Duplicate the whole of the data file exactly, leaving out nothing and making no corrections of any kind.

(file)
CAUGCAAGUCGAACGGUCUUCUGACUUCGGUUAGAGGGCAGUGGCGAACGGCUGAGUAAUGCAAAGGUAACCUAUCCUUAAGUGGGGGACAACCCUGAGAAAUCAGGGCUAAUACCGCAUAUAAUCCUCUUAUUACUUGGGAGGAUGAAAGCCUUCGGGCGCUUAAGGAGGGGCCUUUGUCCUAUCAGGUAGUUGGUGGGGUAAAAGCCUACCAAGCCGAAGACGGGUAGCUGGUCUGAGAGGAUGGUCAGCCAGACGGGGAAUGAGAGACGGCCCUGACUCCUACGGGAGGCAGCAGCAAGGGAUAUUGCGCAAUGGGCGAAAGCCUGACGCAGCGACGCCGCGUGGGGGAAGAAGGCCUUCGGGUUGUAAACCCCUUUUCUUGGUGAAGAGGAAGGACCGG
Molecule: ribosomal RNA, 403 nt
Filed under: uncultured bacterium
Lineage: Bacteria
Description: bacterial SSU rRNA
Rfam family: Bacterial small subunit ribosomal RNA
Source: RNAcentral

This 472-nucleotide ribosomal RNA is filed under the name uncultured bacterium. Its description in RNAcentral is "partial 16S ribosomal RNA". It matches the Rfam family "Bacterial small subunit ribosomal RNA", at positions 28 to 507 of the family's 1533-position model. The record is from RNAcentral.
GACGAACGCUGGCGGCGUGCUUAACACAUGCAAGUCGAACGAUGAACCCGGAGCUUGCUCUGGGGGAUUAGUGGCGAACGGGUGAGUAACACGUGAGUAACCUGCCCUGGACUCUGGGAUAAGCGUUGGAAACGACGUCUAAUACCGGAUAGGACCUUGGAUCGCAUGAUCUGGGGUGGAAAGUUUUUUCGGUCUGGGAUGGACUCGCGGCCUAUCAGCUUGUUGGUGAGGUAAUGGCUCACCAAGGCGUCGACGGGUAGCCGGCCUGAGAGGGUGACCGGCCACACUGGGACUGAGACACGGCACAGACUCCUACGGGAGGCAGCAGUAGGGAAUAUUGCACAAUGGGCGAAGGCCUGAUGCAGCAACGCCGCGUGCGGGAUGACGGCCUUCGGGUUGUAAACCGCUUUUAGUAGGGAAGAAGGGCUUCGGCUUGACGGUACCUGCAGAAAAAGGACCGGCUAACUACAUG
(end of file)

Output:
CAUGCAAGUCGAACGGUCUUCUGACUUCGGUUAGAGGGCAGUGGCGAACGGCUGAGUAAUGCAAAGGUAACCUAUCCUUAAGUGGGGGACAACCCUGAGAAAUCAGGGCUAAUACCGCAUAUAAUCCUCUUAUUACUUGGGAGGAUGAAAGCCUUCGGGCGCUUAAGGAGGGGCCUUUGUCCUAUCAGGUAGUUGGUGGGGUAAAAGCCUACCAAGCCGAAGACGGGUAGCUGGUCUGAGAGGAUGGUCAGCCAGACGGGGAAUGAGAGACGGCCCUGACUCCUACGGGAGGCAGCAGCAAGGGAUAUUGCGCAAUGGGCGAAAGCCUGACGCAGCGACGCCGCGUGGGGGAAGAAGGCCUUCGGGUUGUAAACCCCUUUUCUUGGUGAAGAGGAAGGACCGG
Molecule: ribosomal RNA, 403 nt
Filed under: uncultured bacterium
Lineage: Bacteria
Description: bacterial SSU rRNA
Rfam family: Bacterial small subunit ribosomal RNA
Source: RNAcentral

This 472-nucleotide ribosomal RNA is filed under the name uncultured bacterium. Its description in RNAcentral is "partial 16S ribosomal RNA". It matches the Rfam family "Bacterial small subunit ribosomal RNA", at positions 28 to 507 of the family's 1533-position model. The record is from RNAcentral.
GACGAACGCUGGCGGCGUGCUUAACACAUGCAAGUCGAACGAUGAACCCGGAGCUUGCUCUGGGGGAUUAGUGGCGAACGGGUGAGUAACACGUGAGUAACCUGCCCUGGACUCUGGGAUAAGCGUUGGAAACGACGUCUAAUACCGGAUAGGACCUUGGAUCGCAUGAUCUGGGGUGGAAAGUUUUUUCGGUCUGGGAUGGACUCGCGGCCUAUCAGCUUGUUGGUGAGGUAAUGGCUCACCAAGGCGUCGACGGGUAGCCGGCCUGAGAGGGUGACCGGCCACACUGGGACUGAGACACGGCACAGACUCCUACGGGAGGCAGCAGUAGGGAAUAUUGCACAAUGGGCGAAGGCCUGAUGCAGCAACGCCGCGUGCGGGAUGACGGCCUUCGGGUUGUAAACCGCUUUUAGUAGGGAAGAAGGGCUUCGGCUUGACGGUACCUGCAGAAAAAGGACCGGCUAACUACAUG